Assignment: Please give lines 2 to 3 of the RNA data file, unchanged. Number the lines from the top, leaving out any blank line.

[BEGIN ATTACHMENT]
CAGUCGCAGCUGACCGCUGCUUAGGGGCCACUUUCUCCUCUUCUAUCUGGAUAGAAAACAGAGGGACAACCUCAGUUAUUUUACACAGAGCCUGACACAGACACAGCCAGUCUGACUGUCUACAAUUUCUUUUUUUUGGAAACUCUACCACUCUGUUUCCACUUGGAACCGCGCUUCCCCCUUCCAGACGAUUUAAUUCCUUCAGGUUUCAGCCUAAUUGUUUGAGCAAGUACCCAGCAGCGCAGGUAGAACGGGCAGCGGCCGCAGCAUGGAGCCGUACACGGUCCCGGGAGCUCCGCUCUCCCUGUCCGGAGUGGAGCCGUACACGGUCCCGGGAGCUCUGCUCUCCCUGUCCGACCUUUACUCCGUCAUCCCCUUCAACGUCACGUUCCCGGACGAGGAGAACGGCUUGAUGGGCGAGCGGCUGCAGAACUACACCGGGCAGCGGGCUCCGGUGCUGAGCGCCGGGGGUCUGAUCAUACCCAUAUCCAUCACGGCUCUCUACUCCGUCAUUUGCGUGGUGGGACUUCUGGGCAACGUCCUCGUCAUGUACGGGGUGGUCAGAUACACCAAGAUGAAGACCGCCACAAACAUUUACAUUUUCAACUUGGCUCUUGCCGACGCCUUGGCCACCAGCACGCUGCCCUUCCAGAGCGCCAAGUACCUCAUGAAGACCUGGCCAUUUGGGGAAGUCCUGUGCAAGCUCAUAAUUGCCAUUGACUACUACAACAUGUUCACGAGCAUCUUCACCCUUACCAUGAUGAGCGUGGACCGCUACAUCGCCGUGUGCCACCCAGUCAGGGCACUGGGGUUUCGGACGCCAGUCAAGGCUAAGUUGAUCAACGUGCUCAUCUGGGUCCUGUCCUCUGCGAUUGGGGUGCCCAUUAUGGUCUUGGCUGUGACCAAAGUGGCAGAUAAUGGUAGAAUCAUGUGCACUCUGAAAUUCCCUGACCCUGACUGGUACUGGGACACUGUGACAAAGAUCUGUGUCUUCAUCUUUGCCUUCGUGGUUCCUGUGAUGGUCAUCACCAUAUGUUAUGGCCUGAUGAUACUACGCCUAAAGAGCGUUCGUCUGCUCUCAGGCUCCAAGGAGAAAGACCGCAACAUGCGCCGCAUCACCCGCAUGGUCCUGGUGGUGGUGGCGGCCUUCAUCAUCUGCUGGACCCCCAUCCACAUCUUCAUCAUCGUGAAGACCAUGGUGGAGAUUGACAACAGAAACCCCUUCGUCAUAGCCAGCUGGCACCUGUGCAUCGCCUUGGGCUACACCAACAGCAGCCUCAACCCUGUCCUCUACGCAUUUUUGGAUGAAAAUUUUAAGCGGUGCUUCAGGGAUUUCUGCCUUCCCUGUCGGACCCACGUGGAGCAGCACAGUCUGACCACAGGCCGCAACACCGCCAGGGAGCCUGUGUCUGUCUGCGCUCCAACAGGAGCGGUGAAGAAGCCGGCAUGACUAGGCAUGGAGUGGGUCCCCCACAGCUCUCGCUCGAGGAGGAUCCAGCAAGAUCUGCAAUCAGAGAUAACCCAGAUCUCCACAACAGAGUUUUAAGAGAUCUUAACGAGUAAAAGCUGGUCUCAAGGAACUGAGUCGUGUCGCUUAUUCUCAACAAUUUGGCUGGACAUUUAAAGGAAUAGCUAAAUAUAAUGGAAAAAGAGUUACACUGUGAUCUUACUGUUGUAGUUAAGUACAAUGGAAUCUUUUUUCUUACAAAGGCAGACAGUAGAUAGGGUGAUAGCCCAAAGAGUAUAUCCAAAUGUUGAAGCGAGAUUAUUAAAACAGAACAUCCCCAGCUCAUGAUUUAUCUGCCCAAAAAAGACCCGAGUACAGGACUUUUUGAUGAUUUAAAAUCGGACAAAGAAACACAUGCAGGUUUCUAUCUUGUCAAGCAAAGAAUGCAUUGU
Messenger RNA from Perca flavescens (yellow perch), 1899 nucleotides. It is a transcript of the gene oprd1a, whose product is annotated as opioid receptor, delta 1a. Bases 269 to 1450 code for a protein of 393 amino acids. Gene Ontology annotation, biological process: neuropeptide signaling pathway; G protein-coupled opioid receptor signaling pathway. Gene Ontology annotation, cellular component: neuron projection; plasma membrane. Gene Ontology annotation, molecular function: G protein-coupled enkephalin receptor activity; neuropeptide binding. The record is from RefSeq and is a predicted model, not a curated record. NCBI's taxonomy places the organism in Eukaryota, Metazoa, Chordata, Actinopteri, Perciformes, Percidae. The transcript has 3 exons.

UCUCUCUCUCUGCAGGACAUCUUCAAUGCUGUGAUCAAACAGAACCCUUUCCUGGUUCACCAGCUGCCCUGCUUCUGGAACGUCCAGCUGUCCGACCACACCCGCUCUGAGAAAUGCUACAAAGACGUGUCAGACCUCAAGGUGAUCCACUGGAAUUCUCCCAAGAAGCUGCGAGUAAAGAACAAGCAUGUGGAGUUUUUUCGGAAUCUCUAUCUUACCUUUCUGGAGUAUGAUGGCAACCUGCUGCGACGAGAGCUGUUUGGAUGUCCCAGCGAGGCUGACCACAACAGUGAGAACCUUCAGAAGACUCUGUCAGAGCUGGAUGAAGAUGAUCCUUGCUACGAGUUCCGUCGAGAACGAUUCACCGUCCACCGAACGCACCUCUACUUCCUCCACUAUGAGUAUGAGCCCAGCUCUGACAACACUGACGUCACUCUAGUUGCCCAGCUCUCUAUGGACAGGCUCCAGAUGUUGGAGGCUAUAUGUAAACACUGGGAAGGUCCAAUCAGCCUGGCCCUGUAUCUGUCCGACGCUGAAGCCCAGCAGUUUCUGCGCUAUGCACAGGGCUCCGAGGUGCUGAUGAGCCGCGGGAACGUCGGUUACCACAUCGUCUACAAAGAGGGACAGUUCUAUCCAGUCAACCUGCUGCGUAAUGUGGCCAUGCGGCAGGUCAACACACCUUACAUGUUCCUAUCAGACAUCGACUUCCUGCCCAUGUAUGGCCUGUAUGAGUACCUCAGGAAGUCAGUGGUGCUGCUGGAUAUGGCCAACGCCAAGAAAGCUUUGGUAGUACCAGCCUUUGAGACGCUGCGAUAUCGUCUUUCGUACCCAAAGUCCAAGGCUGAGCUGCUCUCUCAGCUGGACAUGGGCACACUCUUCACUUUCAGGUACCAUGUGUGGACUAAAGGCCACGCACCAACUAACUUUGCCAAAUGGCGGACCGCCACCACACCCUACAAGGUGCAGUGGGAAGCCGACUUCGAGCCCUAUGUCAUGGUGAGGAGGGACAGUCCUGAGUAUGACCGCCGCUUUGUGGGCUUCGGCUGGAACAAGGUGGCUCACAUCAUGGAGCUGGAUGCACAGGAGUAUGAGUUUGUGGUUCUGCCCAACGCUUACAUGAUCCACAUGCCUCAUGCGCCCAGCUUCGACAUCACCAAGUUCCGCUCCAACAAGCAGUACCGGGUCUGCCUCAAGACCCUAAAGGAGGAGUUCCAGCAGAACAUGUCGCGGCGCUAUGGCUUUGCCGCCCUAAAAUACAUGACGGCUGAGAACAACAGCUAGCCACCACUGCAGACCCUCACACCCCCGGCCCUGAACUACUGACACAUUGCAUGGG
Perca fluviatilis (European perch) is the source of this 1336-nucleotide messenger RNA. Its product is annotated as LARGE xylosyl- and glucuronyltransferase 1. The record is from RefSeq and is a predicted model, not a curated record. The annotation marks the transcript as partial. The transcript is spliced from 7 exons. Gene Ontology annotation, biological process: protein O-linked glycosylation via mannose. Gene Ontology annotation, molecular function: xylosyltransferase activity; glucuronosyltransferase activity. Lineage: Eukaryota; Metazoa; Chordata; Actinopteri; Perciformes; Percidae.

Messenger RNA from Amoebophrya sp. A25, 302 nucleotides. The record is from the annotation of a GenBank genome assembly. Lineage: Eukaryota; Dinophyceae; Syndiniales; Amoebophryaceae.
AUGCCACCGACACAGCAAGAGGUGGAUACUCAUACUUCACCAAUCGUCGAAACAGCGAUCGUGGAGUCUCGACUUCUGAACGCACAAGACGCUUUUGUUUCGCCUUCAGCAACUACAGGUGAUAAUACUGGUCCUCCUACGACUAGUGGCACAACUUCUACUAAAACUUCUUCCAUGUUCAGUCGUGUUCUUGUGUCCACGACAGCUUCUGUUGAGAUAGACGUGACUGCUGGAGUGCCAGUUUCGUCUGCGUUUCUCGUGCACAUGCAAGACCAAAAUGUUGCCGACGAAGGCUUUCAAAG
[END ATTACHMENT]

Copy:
Messenger RNA from Perca flavescens (yellow perch), 1899 nucleotides. It is a transcript of the gene oprd1a, whose product is annotated as opioid receptor, delta 1a. Bases 269 to 1450 code for a protein of 393 amino acids. Gene Ontology annotation, biological process: neuropeptide signaling pathway; G protein-coupled opioid receptor signaling pathway. Gene Ontology annotation, cellular component: neuron projection; plasma membrane. Gene Ontology annotation, molecular function: G protein-coupled enkephalin receptor activity; neuropeptide binding. The record is from RefSeq and is a predicted model, not a curated record. NCBI's taxonomy places the organism in Eukaryota, Metazoa, Chordata, Actinopteri, Perciformes, Percidae. The transcript has 3 exons.

UCUCUCUCUCUGCAGGACAUCUUCAAUGCUGUGAUCAAACAGAACCCUUUCCUGGUUCACCAGCUGCCCUGCUUCUGGAACGUCCAGCUGUCCGACCACACCCGCUCUGAGAAAUGCUACAAAGACGUGUCAGACCUCAAGGUGAUCCACUGGAAUUCUCCCAAGAAGCUGCGAGUAAAGAACAAGCAUGUGGAGUUUUUUCGGAAUCUCUAUCUUACCUUUCUGGAGUAUGAUGGCAACCUGCUGCGACGAGAGCUGUUUGGAUGUCCCAGCGAGGCUGACCACAACAGUGAGAACCUUCAGAAGACUCUGUCAGAGCUGGAUGAAGAUGAUCCUUGCUACGAGUUCCGUCGAGAACGAUUCACCGUCCACCGAACGCACCUCUACUUCCUCCACUAUGAGUAUGAGCCCAGCUCUGACAACACUGACGUCACUCUAGUUGCCCAGCUCUCUAUGGACAGGCUCCAGAUGUUGGAGGCUAUAUGUAAACACUGGGAAGGUCCAAUCAGCCUGGCCCUGUAUCUGUCCGACGCUGAAGCCCAGCAGUUUCUGCGCUAUGCACAGGGCUCCGAGGUGCUGAUGAGCCGCGGGAACGUCGGUUACCACAUCGUCUACAAAGAGGGACAGUUCUAUCCAGUCAACCUGCUGCGUAAUGUGGCCAUGCGGCAGGUCAACACACCUUACAUGUUCCUAUCAGACAUCGACUUCCUGCCCAUGUAUGGCCUGUAUGAGUACCUCAGGAAGUCAGUGGUGCUGCUGGAUAUGGCCAACGCCAAGAAAGCUUUGGUAGUACCAGCCUUUGAGACGCUGCGAUAUCGUCUUUCGUACCCAAAGUCCAAGGCUGAGCUGCUCUCUCAGCUGGACAUGGGCACACUCUUCACUUUCAGGUACCAUGUGUGGACUAAAGGCCACGCACCAACUAACUUUGCCAAAUGGCGGACCGCCACCACACCCUACAAGGUGCAGUGGGAAGCCGACUUCGAGCCCUAUGUCAUGGUGAGGAGGGACAGUCCUGAGUAUGACCGCCGCUUUGUGGGCUUCGGCUGGAACAAGGUGGCUCACAUCAUGGAGCUGGAUGCACAGGAGUAUGAGUUUGUGGUUCUGCCCAACGCUUACAUGAUCCACAUGCCUCAUGCGCCCAGCUUCGACAUCACCAAGUUCCGCUCCAACAAGCAGUACCGGGUCUGCCUCAAGACCCUAAAGGAGGAGUUCCAGCAGAACAUGUCGCGGCGCUAUGGCUUUGCCGCCCUAAAAUACAUGACGGCUGAGAACAACAGCUAGCCACCACUGCAGACCCUCACACCCCCGGCCCUGAACUACUGACACAUUGCAUGGG